The 1999 Oregon Aviation Plan presented a compelling argument that Oregon airports had a large and growing backlog of pavement maintenance needs. Without any new revenue to address these needs, the plan estimated there would be $177.5 million in pavement preservation needs over the next 20 years. By contrast, if a revenue source was created to address pavement lifecycle maintenance, that need would be decreased by $69.5 million – a 40% savings. Since most pavement maintenance does not rank high on the FAA’s criteria for funding through the Airport Improvement Program (AIP) , the OAP recommended establishing a state funded program to address the statewide need.
Per the recommendation from the OAP, the 1999 Oregon Legislature passed Senate Bill 276 and House Bill 2199 to amend Oregon Revised Statute (ORS) 836.072 and ORS 319.020. These amendments allowed increased aviation fuel taxes for aviation gasoline (“Av Gas”) and jet fuel sold within Oregon, thereby creating a funding source dedicated to preserving and maintaining airfield pavements on public-use airports. Per ORS 319.020, the tax rate for Av Gas is nine cents per gallon, and is one cent per gallon for jet fuel . This fuel sales tax has generated approximately $1 million annually for the Pavement Maintenance Program, and the fund is administered and coordinated through ODAV.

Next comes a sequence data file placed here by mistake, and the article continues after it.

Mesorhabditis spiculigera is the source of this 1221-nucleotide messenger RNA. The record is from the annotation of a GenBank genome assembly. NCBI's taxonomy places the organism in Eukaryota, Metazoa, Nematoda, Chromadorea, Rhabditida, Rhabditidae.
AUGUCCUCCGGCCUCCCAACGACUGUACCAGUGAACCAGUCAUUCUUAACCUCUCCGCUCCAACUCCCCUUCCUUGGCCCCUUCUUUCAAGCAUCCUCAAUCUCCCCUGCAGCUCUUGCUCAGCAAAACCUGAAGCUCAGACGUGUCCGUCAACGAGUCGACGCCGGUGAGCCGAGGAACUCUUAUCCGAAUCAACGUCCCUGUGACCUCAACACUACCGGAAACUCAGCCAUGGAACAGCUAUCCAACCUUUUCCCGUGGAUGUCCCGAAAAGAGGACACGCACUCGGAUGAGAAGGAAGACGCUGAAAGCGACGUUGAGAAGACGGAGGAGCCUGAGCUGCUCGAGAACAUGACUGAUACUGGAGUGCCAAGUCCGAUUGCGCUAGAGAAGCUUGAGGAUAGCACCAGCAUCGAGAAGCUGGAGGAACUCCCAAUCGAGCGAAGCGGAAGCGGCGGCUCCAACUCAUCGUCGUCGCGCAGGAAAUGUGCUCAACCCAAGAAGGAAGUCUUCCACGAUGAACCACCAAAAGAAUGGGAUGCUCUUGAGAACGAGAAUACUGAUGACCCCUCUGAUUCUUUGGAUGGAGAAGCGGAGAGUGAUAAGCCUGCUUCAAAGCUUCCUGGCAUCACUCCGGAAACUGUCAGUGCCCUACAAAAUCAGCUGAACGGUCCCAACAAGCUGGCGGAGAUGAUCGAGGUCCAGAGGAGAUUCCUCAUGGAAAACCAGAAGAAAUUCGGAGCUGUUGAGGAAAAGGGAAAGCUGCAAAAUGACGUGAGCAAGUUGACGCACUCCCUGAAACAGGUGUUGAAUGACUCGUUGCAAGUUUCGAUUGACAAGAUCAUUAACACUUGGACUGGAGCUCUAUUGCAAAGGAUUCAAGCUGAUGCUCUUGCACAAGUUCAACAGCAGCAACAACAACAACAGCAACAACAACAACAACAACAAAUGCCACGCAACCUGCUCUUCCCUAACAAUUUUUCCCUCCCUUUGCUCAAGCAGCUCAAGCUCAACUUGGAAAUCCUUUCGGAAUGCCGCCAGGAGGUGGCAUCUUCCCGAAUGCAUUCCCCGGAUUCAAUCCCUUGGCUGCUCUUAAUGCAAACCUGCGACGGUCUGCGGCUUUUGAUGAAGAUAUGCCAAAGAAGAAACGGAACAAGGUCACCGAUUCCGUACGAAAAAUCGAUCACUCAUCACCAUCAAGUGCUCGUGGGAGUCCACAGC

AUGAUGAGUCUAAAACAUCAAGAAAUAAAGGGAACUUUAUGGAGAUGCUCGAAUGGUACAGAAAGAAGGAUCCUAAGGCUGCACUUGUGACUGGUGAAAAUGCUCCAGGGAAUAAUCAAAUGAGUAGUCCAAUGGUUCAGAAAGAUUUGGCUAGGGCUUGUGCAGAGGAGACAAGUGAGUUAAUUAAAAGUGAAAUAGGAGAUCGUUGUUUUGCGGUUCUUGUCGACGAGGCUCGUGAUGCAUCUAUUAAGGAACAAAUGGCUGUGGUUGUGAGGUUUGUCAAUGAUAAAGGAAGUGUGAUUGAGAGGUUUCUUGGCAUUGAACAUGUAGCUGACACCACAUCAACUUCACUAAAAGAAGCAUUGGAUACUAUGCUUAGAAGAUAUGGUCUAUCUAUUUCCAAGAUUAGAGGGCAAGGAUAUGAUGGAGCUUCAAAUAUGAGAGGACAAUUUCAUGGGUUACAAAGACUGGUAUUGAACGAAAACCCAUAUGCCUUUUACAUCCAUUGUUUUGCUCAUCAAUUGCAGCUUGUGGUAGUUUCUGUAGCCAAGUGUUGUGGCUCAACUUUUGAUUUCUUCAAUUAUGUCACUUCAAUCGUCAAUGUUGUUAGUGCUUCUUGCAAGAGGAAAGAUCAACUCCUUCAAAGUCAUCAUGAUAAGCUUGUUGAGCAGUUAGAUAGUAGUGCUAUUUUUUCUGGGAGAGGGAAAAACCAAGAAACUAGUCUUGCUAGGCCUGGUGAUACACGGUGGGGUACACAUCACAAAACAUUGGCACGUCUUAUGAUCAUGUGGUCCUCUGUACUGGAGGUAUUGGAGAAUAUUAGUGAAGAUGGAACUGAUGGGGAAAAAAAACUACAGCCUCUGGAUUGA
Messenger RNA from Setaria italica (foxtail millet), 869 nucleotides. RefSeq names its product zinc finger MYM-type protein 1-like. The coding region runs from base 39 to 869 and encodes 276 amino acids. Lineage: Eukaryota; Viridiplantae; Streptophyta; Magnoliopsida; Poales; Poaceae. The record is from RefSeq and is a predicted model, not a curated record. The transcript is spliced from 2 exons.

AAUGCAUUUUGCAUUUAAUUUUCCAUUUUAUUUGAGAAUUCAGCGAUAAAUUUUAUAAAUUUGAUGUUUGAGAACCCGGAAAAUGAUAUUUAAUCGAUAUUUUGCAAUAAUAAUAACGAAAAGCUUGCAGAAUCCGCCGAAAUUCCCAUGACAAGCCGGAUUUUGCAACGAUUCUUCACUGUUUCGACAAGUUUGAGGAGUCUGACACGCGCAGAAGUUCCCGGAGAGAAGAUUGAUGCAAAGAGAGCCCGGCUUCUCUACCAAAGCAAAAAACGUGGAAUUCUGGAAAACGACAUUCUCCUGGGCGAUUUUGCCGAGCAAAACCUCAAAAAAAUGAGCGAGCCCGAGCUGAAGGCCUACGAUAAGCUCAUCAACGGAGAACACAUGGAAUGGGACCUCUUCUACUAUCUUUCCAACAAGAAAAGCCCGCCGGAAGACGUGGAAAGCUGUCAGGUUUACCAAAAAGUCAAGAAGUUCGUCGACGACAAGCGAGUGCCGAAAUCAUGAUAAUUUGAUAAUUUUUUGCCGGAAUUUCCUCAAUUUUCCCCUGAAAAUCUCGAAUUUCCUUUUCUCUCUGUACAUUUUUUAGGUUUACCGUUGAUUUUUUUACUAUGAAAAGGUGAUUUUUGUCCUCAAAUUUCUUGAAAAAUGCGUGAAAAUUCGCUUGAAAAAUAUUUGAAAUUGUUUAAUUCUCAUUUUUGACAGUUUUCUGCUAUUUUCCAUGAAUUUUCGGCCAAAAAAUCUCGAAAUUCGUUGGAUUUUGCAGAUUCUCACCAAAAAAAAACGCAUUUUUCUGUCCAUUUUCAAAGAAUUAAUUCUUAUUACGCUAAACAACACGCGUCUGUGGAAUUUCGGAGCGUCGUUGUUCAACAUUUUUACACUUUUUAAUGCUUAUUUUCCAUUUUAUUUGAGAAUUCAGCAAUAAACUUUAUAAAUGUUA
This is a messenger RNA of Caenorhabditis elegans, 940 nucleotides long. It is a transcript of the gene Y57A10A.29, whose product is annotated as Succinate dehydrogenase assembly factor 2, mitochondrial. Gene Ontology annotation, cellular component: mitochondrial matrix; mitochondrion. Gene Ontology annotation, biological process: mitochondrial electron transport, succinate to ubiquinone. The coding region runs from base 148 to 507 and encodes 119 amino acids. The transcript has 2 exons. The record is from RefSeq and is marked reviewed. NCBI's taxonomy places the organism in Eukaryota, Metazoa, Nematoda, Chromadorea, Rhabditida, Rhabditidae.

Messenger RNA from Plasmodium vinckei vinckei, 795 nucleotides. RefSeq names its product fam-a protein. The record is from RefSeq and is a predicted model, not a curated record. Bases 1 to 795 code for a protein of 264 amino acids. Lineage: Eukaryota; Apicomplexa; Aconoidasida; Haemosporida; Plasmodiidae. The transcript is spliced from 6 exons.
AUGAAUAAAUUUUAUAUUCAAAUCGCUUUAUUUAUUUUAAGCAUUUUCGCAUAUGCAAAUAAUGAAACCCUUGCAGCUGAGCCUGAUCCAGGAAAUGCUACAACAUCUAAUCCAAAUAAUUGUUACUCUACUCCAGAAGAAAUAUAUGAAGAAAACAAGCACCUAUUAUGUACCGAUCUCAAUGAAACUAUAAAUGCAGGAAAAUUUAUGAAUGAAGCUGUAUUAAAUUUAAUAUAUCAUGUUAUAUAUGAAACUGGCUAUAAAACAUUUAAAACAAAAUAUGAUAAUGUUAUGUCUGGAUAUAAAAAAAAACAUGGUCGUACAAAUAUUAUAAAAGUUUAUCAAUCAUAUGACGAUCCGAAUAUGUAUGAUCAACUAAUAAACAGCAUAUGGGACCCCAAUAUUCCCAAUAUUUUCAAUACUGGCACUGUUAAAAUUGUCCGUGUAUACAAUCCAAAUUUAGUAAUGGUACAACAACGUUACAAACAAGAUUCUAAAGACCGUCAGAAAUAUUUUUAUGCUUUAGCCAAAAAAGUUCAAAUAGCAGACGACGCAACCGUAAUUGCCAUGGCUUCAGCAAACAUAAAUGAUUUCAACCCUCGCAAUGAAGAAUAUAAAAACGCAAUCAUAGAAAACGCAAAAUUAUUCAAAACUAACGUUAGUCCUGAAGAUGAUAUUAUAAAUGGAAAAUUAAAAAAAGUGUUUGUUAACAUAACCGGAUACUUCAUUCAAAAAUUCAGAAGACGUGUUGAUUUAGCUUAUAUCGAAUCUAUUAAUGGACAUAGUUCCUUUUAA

In addition to the creation of a funding source, the legislative action gave ODAV authority to expend funds for administrative, engineering and construction expenses relative to pavement maintenance and preservation (ORS 836.072). It also mandated that ODAV prepare a list of recommended projects for each cycle of the PMP that includes the age and condition of the pavement, the airport’s role within the state’s aviation system, and local match funds . This list is then submitted to the State Aviation Board for their approval.